plan to entrench explicit constitutional guarantees of equality for women
and/or enact legislation to prohibit discrimination on the basis of sex.
Chile plans to include the principle of equality between women and men in
Articles 1 and 9 of its Constitution, while Ecuador intends to amend its
Constitution in accordance with its international human rights obligations.
Zimbabwe has identified statutes, such as the Communal Land Act and the
Guardianship of Minors Act, which require amendment to conform with the
Convention. Other plans, including that of Cambodia, promise the
enforcement of specific constitutional provisions, such as those ensuring
equal access to essential services, such as health and education. Trinidad
and Tobago plans to legalize the status of common-law wives. 

128.           The provision of gender-sensitive human rights education
and training to public officials features in a number of plans. For
example, Chile proposes workshops for lawyers and judicial personnel, and
the United Republic of Tanzania focuses on training female public
officials. Many plans, among them several from Latin America and the
Caribbean, plan to submit details of specific programmes in due course. 

129.           Many plans (18), including several from Latin America and
the Caribbean, outline intentions to review and amend criminal law and
procedures. Several address the elimination of violence against women. For
example, Belarus proposes the introduction of penalties to ensure the
payment of child support and the revision of legislation in relation to
sexual violence. China plans the introduction of procedural improvements
where complaints by women are concerned, while procedural improvements with
respect to prosecution of women, especially indigenous women, are planned
by Mexico. India intends to introduce procedural reforms to facilitate
legal proceedings relating to violence against women, including allowing
local voluntary organizations to lodge complaints in that context. Prison
and penitentiary law reforms are proposed by El Salvador and Venezuela, and
the review of laws on sexual abuse and domestic violence by Panama,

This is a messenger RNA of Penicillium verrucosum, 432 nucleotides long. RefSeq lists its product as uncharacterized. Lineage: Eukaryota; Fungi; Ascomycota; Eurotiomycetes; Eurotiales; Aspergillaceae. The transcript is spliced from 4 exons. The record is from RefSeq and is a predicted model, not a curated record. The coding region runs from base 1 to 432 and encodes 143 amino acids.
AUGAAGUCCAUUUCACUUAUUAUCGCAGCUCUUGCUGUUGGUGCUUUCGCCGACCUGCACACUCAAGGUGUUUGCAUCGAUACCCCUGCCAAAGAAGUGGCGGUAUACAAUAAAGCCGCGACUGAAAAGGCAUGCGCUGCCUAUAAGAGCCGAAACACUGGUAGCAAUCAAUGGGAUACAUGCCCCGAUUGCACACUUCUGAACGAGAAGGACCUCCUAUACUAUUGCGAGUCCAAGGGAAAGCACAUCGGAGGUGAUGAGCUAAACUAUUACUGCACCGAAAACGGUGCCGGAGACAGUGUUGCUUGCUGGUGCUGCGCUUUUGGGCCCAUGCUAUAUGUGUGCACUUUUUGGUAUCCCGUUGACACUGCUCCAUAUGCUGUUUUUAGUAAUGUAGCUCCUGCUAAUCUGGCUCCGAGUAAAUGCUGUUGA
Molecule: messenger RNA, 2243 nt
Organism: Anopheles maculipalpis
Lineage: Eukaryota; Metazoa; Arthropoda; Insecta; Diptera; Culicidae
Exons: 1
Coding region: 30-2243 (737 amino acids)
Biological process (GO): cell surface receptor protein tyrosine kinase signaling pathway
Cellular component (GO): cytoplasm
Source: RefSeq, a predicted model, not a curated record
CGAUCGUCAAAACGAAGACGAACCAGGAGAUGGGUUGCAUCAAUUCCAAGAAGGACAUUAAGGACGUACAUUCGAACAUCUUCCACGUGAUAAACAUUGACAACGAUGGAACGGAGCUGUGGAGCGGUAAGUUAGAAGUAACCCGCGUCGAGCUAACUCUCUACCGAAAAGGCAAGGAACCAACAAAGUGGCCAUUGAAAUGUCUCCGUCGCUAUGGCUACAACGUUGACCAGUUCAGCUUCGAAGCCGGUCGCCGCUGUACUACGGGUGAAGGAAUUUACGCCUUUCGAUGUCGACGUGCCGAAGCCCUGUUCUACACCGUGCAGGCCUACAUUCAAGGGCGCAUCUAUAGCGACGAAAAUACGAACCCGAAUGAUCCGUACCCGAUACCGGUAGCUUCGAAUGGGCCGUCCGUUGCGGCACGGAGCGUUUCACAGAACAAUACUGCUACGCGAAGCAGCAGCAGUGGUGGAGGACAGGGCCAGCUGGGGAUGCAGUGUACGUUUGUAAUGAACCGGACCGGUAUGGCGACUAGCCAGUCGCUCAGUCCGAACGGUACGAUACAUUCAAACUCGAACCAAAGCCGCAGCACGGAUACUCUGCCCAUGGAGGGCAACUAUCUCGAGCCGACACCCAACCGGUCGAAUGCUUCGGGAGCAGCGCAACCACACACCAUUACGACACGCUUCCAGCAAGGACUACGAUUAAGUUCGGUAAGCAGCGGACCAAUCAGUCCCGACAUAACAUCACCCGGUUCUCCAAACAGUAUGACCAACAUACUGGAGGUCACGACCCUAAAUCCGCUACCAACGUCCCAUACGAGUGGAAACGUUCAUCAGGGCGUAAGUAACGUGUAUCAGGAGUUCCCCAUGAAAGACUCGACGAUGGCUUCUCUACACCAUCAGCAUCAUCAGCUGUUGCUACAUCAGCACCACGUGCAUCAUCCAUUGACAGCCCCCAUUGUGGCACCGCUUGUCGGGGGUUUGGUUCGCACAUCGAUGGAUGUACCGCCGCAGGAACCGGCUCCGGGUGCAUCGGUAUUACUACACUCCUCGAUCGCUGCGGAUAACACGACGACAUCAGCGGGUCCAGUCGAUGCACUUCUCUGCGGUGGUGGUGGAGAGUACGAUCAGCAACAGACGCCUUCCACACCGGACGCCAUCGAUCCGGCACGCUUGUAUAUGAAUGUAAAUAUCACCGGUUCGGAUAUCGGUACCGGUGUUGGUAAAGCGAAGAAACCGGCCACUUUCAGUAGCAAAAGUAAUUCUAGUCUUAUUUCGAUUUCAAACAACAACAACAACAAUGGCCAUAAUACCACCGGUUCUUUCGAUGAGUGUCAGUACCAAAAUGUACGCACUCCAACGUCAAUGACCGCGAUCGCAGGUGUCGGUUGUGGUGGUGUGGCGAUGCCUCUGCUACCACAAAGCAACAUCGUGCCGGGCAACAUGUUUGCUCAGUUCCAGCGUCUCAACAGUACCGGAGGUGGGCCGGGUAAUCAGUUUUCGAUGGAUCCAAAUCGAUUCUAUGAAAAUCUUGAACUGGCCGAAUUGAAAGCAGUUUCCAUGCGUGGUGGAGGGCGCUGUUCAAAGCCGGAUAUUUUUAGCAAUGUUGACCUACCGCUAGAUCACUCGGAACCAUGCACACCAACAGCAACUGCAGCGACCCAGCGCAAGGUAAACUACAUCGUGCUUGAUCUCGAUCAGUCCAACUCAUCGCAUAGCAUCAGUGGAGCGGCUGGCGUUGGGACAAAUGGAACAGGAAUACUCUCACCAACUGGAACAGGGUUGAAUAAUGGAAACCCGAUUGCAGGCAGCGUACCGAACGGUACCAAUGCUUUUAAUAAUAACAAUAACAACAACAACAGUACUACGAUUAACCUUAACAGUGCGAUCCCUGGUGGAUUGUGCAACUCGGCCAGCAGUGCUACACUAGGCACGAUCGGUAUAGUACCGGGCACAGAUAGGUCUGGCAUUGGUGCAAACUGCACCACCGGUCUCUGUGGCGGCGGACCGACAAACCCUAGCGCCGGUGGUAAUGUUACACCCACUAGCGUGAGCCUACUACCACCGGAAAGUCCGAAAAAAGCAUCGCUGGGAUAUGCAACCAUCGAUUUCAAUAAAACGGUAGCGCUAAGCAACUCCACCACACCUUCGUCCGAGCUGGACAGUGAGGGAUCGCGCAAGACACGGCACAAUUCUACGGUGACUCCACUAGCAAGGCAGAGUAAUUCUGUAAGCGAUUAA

Cambodia and Liechtenstein. Efforts to address violence against women, the
abduction and trafficking of women and illegal activities in the context of
prostitution are proposed by China. A number of plans make reference to
female genital mutilation, violence against women with disabilities,
indigenous women, war widows and women in prison. Several plans propose the
appointment of an ombudsperson on this subject.19

130.           Legal literacy is addressed in 43 plans from all regions.
The majority of plans promise the translation and dissemination of
information relating to the equal status and human rights of women. Many
plans, several from Latin America and the Caribbean, propose the
dissemination of information on national legislation and its impact on
women, while some make reference to the elaboration of guidelines on the
use of the justice system or the exercise of women's rights.

131.           A number of plans (21) from all regions emphasize
cooperation with women's groups, non-governmental organizations and the
media. For example, Indonesia plans to organize seminars and workshops in
cooperation with non-governmental organizations, and will use the results
to formulate government policy. Lebanon plans to establish, in cooperation
with non-governmental organizations, offices to provide free counselling
for women. France plans to support educational programmes for migrant
women's groups.

132.The promotion of human rights education, including the legal rights of
women in school curricula and public campaigns relating to the equality of
women and men in both public and private life, features as an aim in some
plans from all regions. Nineteen plans propose the inclusion of information
with regard to international and regional human rights standards in public
information, human rights activities and adult education. 

             J.     Women and the media

133.           Forty-six plans from all regions (53 per cent) focus on